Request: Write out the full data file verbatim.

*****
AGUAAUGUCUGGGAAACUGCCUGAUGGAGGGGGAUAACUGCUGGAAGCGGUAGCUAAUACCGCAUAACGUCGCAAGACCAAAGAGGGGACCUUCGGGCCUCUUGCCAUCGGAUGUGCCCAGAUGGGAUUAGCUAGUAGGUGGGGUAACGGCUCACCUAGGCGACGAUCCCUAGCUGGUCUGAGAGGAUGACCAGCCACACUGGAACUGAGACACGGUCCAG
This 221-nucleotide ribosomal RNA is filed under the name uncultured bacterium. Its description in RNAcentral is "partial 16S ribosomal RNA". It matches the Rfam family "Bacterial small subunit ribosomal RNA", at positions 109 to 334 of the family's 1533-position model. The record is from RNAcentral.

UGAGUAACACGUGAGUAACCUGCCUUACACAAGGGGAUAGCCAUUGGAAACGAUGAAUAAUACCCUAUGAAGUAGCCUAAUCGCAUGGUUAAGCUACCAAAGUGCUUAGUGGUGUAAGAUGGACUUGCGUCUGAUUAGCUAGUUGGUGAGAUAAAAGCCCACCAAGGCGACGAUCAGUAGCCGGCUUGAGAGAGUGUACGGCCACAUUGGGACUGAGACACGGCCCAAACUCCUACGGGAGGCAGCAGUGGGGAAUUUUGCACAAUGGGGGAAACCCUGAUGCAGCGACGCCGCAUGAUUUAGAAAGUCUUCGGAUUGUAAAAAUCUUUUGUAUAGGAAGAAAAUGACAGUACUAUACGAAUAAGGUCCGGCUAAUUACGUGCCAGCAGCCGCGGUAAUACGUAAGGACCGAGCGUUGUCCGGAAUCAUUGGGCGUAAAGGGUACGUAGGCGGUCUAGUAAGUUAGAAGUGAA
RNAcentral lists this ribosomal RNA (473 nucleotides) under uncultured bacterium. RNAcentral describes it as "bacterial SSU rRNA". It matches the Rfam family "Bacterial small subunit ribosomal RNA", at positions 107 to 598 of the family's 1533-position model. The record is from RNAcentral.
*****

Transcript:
AGUAAUGUCUGGGAAACUGCCUGAUGGAGGGGGAUAACUGCUGGAAGCGGUAGCUAAUACCGCAUAACGUCGCAAGACCAAAGAGGGGACCUUCGGGCCUCUUGCCAUCGGAUGUGCCCAGAUGGGAUUAGCUAGUAGGUGGGGUAACGGCUCACCUAGGCGACGAUCCCUAGCUGGUCUGAGAGGAUGACCAGCCACACUGGAACUGAGACACGGUCCAG
This 221-nucleotide ribosomal RNA is filed under the name uncultured bacterium. Its description in RNAcentral is "partial 16S ribosomal RNA". It matches the Rfam family "Bacterial small subunit ribosomal RNA", at positions 109 to 334 of the family's 1533-position model. The record is from RNAcentral.

UGAGUAACACGUGAGUAACCUGCCUUACACAAGGGGAUAGCCAUUGGAAACGAUGAAUAAUACCCUAUGAAGUAGCCUAAUCGCAUGGUUAAGCUACCAAAGUGCUUAGUGGUGUAAGAUGGACUUGCGUCUGAUUAGCUAGUUGGUGAGAUAAAAGCCCACCAAGGCGACGAUCAGUAGCCGGCUUGAGAGAGUGUACGGCCACAUUGGGACUGAGACACGGCCCAAACUCCUACGGGAGGCAGCAGUGGGGAAUUUUGCACAAUGGGGGAAACCCUGAUGCAGCGACGCCGCAUGAUUUAGAAAGUCUUCGGAUUGUAAAAAUCUUUUGUAUAGGAAGAAAAUGACAGUACUAUACGAAUAAGGUCCGGCUAAUUACGUGCCAGCAGCCGCGGUAAUACGUAAGGACCGAGCGUUGUCCGGAAUCAUUGGGCGUAAAGGGUACGUAGGCGGUCUAGUAAGUUAGAAGUGAA
RNAcentral lists this ribosomal RNA (473 nucleotides) under uncultured bacterium. RNAcentral describes it as "bacterial SSU rRNA". It matches the Rfam family "Bacterial small subunit ribosomal RNA", at positions 107 to 598 of the family's 1533-position model. The record is from RNAcentral.